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Giacomo Gates: Everything is Cool

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A latecomer to jazz as a vocation, Giacomo Gates cut his first album 20 years ago at age 45 and has since recorded just six more as a leader. But what he lacks in quantity he’s more than made up for in quality. A fervent acolyte of bebop, scat and vocalese masters, Gates has dotted his albums with tributes to such heroes. Everything Is Cool marks his deepest dive into their collective songbooks, including selections by such seminal figures as Babs Gonzales, Oscar Brown Jr., Jon Hendricks and Frank Rosolino, with Brubeck and Monk added for good measure.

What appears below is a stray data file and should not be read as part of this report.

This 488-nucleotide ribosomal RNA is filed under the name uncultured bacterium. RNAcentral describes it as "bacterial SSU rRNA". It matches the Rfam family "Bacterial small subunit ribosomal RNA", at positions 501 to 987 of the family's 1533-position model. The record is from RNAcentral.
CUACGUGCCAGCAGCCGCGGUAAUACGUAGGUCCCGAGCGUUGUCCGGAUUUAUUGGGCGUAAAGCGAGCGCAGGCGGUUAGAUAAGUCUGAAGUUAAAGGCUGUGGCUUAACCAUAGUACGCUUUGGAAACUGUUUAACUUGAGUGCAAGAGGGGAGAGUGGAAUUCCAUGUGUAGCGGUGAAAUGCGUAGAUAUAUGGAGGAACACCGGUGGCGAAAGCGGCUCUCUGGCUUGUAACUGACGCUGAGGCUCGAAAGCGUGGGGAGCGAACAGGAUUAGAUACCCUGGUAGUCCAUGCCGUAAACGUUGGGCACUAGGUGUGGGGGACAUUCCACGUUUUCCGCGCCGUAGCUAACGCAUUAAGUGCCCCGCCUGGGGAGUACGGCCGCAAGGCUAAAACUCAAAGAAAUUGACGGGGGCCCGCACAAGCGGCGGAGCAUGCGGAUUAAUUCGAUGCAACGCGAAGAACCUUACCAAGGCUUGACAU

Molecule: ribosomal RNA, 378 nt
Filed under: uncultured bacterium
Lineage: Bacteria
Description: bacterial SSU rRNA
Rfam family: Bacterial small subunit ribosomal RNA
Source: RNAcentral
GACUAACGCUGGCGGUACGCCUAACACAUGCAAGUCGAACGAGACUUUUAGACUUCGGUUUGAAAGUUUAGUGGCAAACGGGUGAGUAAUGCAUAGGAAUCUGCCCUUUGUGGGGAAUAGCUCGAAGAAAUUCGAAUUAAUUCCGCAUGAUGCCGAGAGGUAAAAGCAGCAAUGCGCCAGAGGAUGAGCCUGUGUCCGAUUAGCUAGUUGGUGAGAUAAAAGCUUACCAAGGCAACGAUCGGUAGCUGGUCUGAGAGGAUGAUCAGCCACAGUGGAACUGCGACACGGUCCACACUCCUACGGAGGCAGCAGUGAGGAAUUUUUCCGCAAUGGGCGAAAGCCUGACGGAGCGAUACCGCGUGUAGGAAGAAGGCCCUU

As he enters his mid-60s, Gates’ phrasing has grown a little looser, his range narrower. Still, he remains one of the finest interpreters around, fully on par with Mark Murphy and Kurt Elling. Oddly, given the album’s focus on intrepid vocal adventurers, Gates plays it straighter than usual, adding only the occasional scat chorus and just one meaty vocalese, stretching the center of Monk’s “Well, You Needn’t.”

Gonzales is provided the most attention, Gates covering three of his tunes, including the breezy, Jimmy Van Heusen-worthy title track. Rosolino’s “Please Don’t Bug Me” is a vengeful delight, while Timmie Rogers’ bluesy “If I Were You, Baby, I’d Love Me” (written for Nat Cole) recalls the laidback sophistication of Matt Dennis. Most curious (and perhaps coolest of this ice-cool set) is “All Alone,” a bitter slice of beat-poetry payback written by comic legend Lenny Bruce in 1958, after his wife left him.

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